Associate Professor, African American Studies of Sociology
Associate Professor of African American Studies
Ruby Mendenhall is an Associate Professor in Sociology, African American Studies, Urban and Regional Planning, and Social Work at the University of Illinois at Urbana-Champaign. She is also an affiliate of the Institute for Genomic Biology and the Institute for Computing in Humanities, Arts and Social Sciences. In 2004, Mendenhall received her Ph.D. in Human Development and Social Policy program from Northwestern University in Evanston, Illinois. For her dissertation, Black Women in Gautreaux’s Housing Desegregation Program: The Role of Neighborhoods and Networks in Economic Independence, she used administrative welfare and employment data, census information, and in-depth interviews to examine the long-run effects of placement neighborhood conditions/resources on economic independence.
Mendenhall, R. Bowman, P. and Zhang, L. 2013. Single Black Mothers Role Strain and Adaptation across the Life Course. Journal of African American Studies 17:74-98.
Lewis, J. A., Mendenhall, R., Harwood, S., and Hunt, M.B. Coping with Racial Microaggressionsamong Black Women. 2013. Journal of African American Studies 17:51-73.
Harwood, S.A, Huntt, M.B., Mendenhall, R., and Lewis, J. Racial Microaggressions in the Residence Halls: Experiences of Students of Color at a Predominantly White University. 2012. Journal of Diversity in Higher Education 5(3):159-173.
Mendenhall, R., Edin, K., Crowley, S. Sykes, J., Tach, L., Kling, J., and Kriz, K. 2012. The Role of Earned Income Tax Credit in the Budgets of Low-Income Families. Social Service Review 86(3): 367-400.
DeLuca, S., Duncan, G. Keels, M. and Mendenhall, R. 2011. The Notable and the Null: Using Mixed Methods to Understand the Diverse Impacts of Residential Mobility Programs. In Maarten Van Ham (Ed.), Neighborhood Effects: New Perspectives (pp. 195-223). Dordrecht, Netherlands:Springer.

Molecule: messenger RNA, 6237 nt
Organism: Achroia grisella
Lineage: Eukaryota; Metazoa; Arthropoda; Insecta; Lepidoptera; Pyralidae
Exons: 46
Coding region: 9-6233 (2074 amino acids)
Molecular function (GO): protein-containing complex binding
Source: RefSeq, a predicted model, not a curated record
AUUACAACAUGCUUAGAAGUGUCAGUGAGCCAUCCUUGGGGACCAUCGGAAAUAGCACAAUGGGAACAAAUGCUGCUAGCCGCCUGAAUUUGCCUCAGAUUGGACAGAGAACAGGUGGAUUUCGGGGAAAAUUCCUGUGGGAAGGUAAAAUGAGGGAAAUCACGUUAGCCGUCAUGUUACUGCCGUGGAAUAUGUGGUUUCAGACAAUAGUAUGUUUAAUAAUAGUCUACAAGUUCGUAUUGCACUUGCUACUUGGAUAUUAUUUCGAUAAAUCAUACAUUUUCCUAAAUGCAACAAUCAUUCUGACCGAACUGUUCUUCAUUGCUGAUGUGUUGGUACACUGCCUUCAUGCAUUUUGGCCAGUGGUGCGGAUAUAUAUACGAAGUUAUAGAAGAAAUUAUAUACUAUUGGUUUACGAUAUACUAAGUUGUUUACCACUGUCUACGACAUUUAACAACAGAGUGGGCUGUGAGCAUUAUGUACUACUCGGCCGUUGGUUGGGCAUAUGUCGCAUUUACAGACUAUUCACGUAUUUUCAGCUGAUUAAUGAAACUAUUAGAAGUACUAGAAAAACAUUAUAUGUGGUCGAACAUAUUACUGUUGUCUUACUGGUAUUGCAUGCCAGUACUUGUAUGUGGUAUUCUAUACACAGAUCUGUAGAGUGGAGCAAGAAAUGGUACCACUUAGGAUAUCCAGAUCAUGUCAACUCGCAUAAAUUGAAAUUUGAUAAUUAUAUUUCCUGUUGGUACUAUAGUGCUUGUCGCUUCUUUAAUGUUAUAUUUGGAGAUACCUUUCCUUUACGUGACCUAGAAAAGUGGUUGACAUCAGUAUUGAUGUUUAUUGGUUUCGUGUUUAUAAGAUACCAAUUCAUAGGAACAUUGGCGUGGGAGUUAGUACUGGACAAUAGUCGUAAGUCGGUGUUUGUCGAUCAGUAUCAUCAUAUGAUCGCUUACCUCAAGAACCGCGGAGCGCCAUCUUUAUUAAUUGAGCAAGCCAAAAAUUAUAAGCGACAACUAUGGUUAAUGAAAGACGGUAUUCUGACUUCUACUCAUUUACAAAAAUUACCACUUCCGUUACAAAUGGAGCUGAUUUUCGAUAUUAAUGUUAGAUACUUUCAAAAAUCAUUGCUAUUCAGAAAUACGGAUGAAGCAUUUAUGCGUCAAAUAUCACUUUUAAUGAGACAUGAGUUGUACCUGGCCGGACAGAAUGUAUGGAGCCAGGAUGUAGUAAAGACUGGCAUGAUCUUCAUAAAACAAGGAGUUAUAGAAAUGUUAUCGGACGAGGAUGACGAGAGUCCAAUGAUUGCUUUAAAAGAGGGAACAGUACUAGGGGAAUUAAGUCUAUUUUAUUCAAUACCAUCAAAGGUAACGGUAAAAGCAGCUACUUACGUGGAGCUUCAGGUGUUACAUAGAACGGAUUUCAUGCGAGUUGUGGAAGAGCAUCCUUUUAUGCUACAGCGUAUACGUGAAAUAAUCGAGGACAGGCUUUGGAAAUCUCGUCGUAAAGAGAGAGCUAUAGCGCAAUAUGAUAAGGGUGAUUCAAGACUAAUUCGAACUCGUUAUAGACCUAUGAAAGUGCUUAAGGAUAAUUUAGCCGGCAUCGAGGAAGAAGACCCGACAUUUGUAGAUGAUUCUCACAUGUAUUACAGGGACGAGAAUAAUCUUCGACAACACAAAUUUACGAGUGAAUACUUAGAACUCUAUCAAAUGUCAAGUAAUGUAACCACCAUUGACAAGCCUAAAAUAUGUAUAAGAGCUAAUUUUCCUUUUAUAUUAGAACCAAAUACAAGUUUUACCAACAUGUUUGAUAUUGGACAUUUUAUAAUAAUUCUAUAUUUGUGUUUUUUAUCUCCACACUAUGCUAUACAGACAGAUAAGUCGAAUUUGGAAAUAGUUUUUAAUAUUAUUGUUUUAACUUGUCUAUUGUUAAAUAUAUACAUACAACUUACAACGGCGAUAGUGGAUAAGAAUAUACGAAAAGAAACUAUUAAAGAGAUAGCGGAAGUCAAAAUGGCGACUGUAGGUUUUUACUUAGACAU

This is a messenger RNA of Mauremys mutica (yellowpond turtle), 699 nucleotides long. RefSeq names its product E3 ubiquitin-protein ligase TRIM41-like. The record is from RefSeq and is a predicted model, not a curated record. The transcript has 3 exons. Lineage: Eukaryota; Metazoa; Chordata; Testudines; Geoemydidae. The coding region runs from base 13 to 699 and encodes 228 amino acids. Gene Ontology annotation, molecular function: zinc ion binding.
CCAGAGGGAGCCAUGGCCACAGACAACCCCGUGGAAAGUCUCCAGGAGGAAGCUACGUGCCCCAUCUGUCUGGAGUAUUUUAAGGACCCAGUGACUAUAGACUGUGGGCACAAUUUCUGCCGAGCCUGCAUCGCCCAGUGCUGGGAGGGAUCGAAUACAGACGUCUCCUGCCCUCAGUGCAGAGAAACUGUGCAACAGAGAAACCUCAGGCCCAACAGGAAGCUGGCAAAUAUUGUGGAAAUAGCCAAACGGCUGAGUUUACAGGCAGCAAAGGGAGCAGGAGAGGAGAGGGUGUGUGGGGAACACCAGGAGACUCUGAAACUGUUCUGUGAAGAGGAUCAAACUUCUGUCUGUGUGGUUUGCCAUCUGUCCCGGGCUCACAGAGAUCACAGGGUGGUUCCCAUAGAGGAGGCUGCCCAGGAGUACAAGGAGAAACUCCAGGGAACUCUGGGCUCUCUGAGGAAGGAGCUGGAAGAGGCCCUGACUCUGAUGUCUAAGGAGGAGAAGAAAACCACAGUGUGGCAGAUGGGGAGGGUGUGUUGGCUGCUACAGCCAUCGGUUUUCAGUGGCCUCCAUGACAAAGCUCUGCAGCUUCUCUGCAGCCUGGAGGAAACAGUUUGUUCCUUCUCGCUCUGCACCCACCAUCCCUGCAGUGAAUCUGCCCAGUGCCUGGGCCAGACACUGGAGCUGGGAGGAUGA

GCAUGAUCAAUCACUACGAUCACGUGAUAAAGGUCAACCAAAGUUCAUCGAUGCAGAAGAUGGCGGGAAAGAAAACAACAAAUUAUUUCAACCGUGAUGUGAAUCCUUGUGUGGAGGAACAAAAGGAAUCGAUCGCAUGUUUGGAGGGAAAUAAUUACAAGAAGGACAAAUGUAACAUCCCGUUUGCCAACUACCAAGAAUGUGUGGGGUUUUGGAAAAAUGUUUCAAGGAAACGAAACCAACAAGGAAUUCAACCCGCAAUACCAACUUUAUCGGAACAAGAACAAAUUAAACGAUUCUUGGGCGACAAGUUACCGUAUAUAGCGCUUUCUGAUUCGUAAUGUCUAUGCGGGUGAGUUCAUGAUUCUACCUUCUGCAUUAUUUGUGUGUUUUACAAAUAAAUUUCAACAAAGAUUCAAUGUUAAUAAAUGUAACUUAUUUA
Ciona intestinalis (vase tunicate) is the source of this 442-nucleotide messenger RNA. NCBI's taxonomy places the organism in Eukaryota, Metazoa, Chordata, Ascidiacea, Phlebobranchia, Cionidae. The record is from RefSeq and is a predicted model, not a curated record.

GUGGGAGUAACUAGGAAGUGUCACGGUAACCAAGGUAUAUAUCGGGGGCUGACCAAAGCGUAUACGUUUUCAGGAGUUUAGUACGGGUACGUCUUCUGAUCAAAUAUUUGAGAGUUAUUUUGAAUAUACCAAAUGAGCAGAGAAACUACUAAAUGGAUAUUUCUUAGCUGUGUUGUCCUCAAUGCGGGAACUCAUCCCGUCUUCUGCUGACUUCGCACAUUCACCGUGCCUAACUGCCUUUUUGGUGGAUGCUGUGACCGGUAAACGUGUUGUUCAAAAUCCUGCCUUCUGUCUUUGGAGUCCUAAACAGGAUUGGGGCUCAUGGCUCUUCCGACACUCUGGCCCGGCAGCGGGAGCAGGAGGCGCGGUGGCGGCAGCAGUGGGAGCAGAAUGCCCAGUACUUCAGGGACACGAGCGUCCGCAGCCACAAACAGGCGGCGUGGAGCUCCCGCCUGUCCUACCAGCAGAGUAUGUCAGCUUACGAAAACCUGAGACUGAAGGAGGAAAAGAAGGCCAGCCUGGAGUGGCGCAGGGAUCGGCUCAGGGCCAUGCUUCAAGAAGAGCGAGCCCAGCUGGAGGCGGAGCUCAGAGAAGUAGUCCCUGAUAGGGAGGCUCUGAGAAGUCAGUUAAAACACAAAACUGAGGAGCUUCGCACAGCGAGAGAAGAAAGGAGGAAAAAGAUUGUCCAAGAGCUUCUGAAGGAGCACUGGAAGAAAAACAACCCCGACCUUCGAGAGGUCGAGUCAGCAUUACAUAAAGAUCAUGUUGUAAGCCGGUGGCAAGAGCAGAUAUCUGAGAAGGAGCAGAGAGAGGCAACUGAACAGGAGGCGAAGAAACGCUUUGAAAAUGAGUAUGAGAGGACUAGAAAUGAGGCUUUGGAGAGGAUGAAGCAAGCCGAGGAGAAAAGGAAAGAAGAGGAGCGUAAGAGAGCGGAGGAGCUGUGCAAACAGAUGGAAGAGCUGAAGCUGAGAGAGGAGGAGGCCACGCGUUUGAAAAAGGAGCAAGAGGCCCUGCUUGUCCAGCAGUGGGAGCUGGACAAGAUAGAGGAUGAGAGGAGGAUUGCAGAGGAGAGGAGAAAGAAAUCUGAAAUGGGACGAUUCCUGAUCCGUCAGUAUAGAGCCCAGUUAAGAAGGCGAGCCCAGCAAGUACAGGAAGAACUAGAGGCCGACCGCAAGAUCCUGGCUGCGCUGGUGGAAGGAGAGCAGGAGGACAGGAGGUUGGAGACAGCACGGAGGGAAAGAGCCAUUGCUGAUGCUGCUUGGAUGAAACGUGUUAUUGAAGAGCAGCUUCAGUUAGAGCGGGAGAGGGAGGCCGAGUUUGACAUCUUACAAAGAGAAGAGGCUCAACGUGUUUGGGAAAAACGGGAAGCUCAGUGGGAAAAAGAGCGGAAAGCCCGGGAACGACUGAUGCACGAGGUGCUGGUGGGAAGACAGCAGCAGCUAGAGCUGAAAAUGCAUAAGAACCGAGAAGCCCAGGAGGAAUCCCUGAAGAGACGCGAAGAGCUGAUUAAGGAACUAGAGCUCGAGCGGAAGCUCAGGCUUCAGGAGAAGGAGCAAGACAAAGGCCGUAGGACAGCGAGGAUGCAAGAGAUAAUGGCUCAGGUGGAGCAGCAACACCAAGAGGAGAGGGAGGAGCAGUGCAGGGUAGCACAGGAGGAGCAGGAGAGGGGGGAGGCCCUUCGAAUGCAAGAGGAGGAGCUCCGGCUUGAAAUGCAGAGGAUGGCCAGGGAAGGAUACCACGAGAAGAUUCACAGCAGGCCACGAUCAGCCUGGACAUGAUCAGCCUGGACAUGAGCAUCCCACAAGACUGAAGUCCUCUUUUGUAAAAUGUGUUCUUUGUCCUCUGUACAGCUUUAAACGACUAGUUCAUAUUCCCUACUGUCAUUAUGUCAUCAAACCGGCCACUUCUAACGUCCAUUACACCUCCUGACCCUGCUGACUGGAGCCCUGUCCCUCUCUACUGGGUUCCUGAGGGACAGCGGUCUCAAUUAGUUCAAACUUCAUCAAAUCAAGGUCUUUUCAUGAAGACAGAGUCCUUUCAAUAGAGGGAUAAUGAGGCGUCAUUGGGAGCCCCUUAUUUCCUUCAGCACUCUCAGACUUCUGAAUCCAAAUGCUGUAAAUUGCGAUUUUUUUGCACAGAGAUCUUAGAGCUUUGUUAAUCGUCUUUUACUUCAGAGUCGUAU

Mendenhall, R. 2010. The Political Economy of Black Housing: From the Housing Crisis of the Great Migrations to the Subprime Mortgage Crisis. The Black Scholar 40(1):20-37.
DeLuca, S., Duncan, G.J., Mendenhall, R., and Keels, M. 2010. Gautreaux Mothers and their Children: An Update. Housing Policy Debate 20 (1): 7-25.
Mendenhall, R. 2009. Families in the Gautreaux Housing Mobility Program: Perceptions and Responses to the U.S. Political Economy. The Reviewof Black Political Economy 36 (3/4): 197-226.
Mendenhall, R., Kalil, A., Spindel, L.J., and Hart, C. 2008. Job Loss at Mid-life: Managers and Executive Face the “New Risk Economy.” Social Forces 87 (1): 185-210.
Mendenhall, R., Duncan, G.J., and DeLuca, S. A. 2006. Neighborhood Resources, Racial Segregation, and Economic Mobility: Results from the Gautreaux Program. Social Science Research 35: 892-923.
Keels, M., Duncan, G.J., DeLuca, S., Mendenhall, R., & Rosenbaum, J.E. 2005. Fifteen Years Later: Can Residential Mobility Programs Provide A Permanent Escape from Neighborhood Segregation, Crime, and Poverty? Demography 42(1): 51-73.
Mendenhall research focuseson issues of social inequality over the life course and the role of publicpolicy and individuals’ agency in facilitating social and economicmobility. She uses quantitative andqualitative methods to analyze administrative welfare and employment data,census data, in-depth interviews, and focus group data. Her multi-site research study, Investing in Enduring Resources using theEarned Income Tax Credit, examines how low- to moderate-income families usetheir EITC for social and economic mobility in Champaign and Boston. She also does research on the GautreauxAssisted Housing Program in Chicago, which is one of the nation’s largestdesegregation programs.